Often times, memories of some places, some people evoke such strong feelings that they become more cherished than one could ever imagine. One such person is 'Gori, this is her story and I am glad I could bring it to you

Working in an agency back in India we were working on a pitch for Population Services of India (PSI), trying to find a good name and positioning for a new brand of condoms. To get a little peek into the sexual habits of the rural folk we set out to a small village called Umarda in the largest and one of the most populated Indian states -Uttar Pradesh. Women were a part of the research team as it was quite apparent that women folk in the village were not going to talk about their 'bedroom blues' to strange men from the city. Since our hostess was the wife of the Village School headmaster, a lot of women gathered in the courtyard and we set out to talk about exciting stuff like their sexual habits and family planning. While most of the women were older with anywhere between 1-5 kids, some of the younger girls came in and one of them just stood out.

And that was Gori (a generic Hindi name meaning both a village belle and someone who is fair in color), a tall wiry girl, as brown as we Indians get, standing there trying to hide her sexual knowledge and maybe experience from others in the village but giving me a glimpse into her thoughts and her person. All the other women were surprisingly not too shy but Gori had views on everything: from the man she wanted to marry, to how much education she must get, to how she wanted to become 'something'. Yes 'something' like all of us want to, just that she had still lesser idea what that something would be. And for most part of our two-day stay in the village, Gori was always around us. People from the capital city were not so common you see and she was happy to know that we watched some of the same TV channels and the same Hindi movies. We discussed actors, movies, music, magazines (unfortunately no books since Gori didn't read any apart from some of the school texts), boyfriends and the urban-rural divide.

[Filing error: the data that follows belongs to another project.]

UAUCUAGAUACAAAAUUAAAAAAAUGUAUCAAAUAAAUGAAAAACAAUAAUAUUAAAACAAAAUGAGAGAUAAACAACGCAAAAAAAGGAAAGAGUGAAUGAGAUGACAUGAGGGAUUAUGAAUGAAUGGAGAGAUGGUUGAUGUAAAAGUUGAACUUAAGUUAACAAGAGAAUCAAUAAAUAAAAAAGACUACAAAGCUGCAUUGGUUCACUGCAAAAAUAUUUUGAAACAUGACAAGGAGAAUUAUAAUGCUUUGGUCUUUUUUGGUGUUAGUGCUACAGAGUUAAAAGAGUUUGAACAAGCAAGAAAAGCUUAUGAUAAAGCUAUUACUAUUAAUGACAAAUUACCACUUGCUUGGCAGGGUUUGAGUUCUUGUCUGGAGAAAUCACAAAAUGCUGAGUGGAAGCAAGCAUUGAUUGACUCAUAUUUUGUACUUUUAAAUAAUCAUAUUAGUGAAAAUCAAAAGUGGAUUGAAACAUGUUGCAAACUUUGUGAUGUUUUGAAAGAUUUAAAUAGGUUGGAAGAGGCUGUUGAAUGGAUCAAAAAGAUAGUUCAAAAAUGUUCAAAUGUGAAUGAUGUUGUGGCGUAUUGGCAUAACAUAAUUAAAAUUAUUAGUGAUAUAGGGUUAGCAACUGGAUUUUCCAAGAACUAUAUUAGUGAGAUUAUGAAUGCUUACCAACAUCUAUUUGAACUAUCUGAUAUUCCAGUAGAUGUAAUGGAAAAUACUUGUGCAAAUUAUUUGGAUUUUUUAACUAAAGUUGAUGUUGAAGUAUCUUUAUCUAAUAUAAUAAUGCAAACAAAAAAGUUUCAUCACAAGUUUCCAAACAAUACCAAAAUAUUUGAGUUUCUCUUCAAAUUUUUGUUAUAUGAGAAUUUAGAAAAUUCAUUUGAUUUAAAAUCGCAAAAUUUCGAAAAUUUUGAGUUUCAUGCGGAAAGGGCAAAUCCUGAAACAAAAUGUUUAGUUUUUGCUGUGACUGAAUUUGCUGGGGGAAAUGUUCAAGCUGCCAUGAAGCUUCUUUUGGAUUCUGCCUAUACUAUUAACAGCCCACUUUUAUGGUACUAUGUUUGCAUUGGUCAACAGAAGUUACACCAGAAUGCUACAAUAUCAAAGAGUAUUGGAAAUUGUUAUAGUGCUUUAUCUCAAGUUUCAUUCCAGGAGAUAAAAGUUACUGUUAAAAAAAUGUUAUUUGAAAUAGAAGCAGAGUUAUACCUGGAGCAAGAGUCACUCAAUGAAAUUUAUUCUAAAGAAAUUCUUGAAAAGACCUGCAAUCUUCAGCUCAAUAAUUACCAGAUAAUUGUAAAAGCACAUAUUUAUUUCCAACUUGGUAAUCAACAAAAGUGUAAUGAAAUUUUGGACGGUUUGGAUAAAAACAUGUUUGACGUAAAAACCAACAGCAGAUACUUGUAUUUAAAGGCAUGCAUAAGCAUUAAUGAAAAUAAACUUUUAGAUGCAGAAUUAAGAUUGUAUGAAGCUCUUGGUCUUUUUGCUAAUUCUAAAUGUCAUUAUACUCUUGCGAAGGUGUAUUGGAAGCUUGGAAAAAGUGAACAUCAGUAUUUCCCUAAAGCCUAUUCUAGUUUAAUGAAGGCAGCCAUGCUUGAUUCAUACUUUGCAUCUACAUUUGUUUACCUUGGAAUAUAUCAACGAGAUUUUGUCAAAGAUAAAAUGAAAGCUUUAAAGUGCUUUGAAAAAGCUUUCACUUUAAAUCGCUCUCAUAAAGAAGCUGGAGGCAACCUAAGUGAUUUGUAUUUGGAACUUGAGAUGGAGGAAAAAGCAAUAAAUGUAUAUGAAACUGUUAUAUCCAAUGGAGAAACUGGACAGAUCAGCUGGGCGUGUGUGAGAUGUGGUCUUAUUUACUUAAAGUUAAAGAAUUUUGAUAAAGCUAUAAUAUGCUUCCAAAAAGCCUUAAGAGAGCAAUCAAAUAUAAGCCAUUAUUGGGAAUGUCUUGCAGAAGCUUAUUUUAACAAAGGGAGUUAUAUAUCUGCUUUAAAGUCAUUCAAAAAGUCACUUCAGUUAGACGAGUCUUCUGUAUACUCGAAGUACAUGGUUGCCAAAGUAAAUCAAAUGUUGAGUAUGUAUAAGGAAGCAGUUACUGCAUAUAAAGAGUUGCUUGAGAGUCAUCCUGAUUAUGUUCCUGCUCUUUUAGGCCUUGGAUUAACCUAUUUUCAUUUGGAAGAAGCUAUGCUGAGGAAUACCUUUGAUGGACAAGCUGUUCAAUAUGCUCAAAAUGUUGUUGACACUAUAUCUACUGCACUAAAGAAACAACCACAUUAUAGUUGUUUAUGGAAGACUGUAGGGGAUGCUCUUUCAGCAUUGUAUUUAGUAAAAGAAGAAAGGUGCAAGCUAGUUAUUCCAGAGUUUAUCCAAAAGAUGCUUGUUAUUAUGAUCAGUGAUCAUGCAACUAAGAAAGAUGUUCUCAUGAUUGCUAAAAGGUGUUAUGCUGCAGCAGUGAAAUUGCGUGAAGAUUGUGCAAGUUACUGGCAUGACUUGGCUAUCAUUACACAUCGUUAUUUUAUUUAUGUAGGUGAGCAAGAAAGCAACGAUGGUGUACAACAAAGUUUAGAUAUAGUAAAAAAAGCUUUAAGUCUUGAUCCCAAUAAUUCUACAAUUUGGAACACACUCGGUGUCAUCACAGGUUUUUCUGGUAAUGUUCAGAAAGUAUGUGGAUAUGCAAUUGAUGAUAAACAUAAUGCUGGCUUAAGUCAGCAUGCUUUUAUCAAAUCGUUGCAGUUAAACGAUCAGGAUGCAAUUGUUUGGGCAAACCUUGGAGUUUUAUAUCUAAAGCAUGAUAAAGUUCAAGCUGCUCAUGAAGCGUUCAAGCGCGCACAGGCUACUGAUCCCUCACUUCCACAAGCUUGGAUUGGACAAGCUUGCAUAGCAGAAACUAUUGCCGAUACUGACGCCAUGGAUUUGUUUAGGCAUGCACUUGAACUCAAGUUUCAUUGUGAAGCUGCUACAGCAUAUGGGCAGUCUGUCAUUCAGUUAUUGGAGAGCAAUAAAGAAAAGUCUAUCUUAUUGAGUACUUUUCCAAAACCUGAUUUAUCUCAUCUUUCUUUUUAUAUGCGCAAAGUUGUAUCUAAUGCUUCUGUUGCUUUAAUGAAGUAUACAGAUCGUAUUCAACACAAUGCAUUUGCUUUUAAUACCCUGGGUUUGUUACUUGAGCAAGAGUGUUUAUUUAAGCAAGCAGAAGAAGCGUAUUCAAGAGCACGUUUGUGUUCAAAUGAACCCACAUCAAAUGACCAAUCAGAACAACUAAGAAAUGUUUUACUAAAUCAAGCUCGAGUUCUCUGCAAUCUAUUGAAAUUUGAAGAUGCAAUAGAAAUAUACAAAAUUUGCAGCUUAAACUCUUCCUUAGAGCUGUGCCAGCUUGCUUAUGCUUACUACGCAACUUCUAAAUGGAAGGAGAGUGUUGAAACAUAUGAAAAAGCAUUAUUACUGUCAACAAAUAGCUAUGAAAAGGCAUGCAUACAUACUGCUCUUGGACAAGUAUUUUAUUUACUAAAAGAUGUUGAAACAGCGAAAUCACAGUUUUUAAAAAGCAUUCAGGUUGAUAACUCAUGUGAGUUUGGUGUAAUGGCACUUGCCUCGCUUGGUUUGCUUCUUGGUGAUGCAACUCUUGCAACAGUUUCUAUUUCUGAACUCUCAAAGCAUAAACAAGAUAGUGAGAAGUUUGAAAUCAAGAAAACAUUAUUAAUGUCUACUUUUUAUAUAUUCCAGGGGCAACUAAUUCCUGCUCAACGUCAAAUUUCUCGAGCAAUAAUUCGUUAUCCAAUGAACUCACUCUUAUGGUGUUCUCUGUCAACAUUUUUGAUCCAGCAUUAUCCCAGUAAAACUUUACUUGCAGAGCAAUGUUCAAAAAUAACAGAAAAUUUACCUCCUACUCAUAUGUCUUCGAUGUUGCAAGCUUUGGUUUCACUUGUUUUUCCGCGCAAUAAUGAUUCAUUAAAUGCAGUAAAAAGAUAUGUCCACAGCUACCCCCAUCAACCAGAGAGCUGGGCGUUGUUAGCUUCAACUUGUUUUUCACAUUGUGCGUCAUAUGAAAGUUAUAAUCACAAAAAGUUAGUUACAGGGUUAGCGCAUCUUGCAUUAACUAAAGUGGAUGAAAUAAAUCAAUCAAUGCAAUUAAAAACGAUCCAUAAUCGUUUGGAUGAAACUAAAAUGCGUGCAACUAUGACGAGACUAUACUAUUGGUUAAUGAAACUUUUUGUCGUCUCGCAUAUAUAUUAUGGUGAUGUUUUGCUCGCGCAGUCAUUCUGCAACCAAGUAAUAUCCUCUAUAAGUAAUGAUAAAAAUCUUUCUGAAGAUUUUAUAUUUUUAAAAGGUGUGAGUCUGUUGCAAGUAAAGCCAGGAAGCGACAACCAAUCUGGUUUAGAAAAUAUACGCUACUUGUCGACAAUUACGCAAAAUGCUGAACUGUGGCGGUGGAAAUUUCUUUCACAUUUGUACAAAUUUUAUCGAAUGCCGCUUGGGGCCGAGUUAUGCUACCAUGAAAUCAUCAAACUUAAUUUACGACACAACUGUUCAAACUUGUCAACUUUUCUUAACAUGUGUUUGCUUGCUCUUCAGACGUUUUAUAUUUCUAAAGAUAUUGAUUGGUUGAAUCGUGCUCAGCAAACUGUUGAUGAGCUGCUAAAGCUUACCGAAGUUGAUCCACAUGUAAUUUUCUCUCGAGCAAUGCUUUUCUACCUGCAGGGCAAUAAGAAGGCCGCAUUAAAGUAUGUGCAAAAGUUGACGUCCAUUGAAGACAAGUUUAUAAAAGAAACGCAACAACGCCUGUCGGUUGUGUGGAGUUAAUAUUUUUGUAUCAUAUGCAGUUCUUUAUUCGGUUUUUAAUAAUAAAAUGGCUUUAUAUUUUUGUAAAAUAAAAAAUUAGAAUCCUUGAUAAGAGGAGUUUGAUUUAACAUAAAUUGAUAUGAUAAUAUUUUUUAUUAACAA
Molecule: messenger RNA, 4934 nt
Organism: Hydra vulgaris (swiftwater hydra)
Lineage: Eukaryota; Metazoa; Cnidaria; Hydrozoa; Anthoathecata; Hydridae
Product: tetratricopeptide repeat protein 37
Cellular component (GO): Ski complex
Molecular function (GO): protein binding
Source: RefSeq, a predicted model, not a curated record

The two evenings there, we spent a couple of hours hanging on and around a coarse-rope swing (swings in Indian villages are usually made of tying U-shaped jute rope around strong robust trees). Gori could swing. We both balanced ourselves on the swing, and she stood while I sat down (very scared all the while) and then she propelled us to new heights. We sang songs (she taught me a folk song) and by the last few minutes of our swinging the songs were at a crescendo and the swing almost horizontal to the branches of the tree. I never had experienced anything like that. At the end of the two days, we parted-- I with nothing but the promise to send her pictures and she with the promise that she'll never forget me.

I can never really forgot her; she became a grounding, humbling, earthy experience for me. I bonded with her, heart and soul. I always thought of myself as an average Indian, middle-class by city standards and closer to the common man. The village made me realize how wrong I was. But Gori gave me some hope. She dreamt her innocent dreams and believed that they'll come true. She made me realize that I could have been her-braver, poorer, innocent, clearer in the head but with much fewer opportunities. I often wonder what happened of her since I met her and if I know what I saw of that tiny village, I also know she probably didn't get all that she dreamt of.

Gori to me represents an indefinable bond in my life which I surely hope to renew soon.